• Analysis or Summary
  • January 27, 2017

Communities in Action: Pathways to Health Equity

This is CHA’s summary of the following resource.

Report: Communities in Action: Pathways to Health Equity
Source: The National Academy of Medicine, with support from the Robert Wood Johnson Foundation 
Date: January 2017
Format: Report
Length: 440 pages

Summary

With support from the Robert Wood Johnson Foundation, the National Academies of Sciences, Engineering, and Medicine convened an expert committee to consider solutions that could be developed and implemented at the community level to advance health equity. 
 

In this report the committee identifies the major elements of effective or promising solutions and their key levers, policies, stakeholders, and other elements needed to be successful.

What is Health Equity?

Health equity is the state in which everyone has the chance to attain their full health potential and no one is disadvantaged from achieving this potential because of social position or any other defined circumstance. Health equity is inextricably linked with opportunity. 

In the United States, the burden of disease and poor health and the benefits of well-being and good health are inequitably distributed. Although some aspects of a person’s health status depend on individual behaviors and choice, health is also shaped by community-wide factors.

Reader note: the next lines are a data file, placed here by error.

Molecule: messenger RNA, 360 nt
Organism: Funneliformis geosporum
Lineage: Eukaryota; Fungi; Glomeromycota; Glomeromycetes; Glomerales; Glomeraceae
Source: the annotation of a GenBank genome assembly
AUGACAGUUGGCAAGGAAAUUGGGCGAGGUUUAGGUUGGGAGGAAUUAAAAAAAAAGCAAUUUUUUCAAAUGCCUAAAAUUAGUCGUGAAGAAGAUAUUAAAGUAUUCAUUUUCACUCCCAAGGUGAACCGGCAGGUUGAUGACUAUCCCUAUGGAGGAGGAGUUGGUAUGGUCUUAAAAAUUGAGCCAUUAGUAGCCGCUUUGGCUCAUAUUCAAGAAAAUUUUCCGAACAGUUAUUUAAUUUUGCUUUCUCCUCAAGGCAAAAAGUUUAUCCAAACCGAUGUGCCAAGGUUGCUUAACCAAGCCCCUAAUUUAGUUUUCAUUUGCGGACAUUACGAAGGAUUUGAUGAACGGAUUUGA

A community-based solution is an action, policy, program, or law that is driven by the community and its members to affect local factors that can influence health, and has the potential to promote health equity.

Why Health Equity?

Health equity is fundamental to the idea of living a good life and building a vibrant society because of its practical, economic, and civic implications. 

Health inequity is costly. Beyond significant costs in direct medical care expenditures, health inequity has consequences for the U.S. economy, national security, business viability, and public finances, considering the impact of poor health on one’s ability to participate in the workforce, military service, or society. 

Research Needs

While problems including unequal treatment in the health care system, implicit bias, and the need for increased cultural competence have been well-documented, more research is needed to inform the work of communities. Longer-term studies and better, more locally relevant data are needed to fully document and understand health inequities. 

The report recommends that this research should be publicly available to help inform and guide efforts to promote health equity at the community level.

Recommendations

  • Research funders should support research on health disparities and effective strategies to reduce and mitigate the effects of explicit and implicit bias.
  • Research funders should support and academic institutions should convene multidisciplinary research teams that include non-academics. 
  • A public–private consortium should create a publicly available repository of evidence to inform and guide efforts to promote health equity at the community level.
  • All government agencies that support or conduct planning related to land use, housing, transportation, and other areas that affect populations at high risk of health inequity should: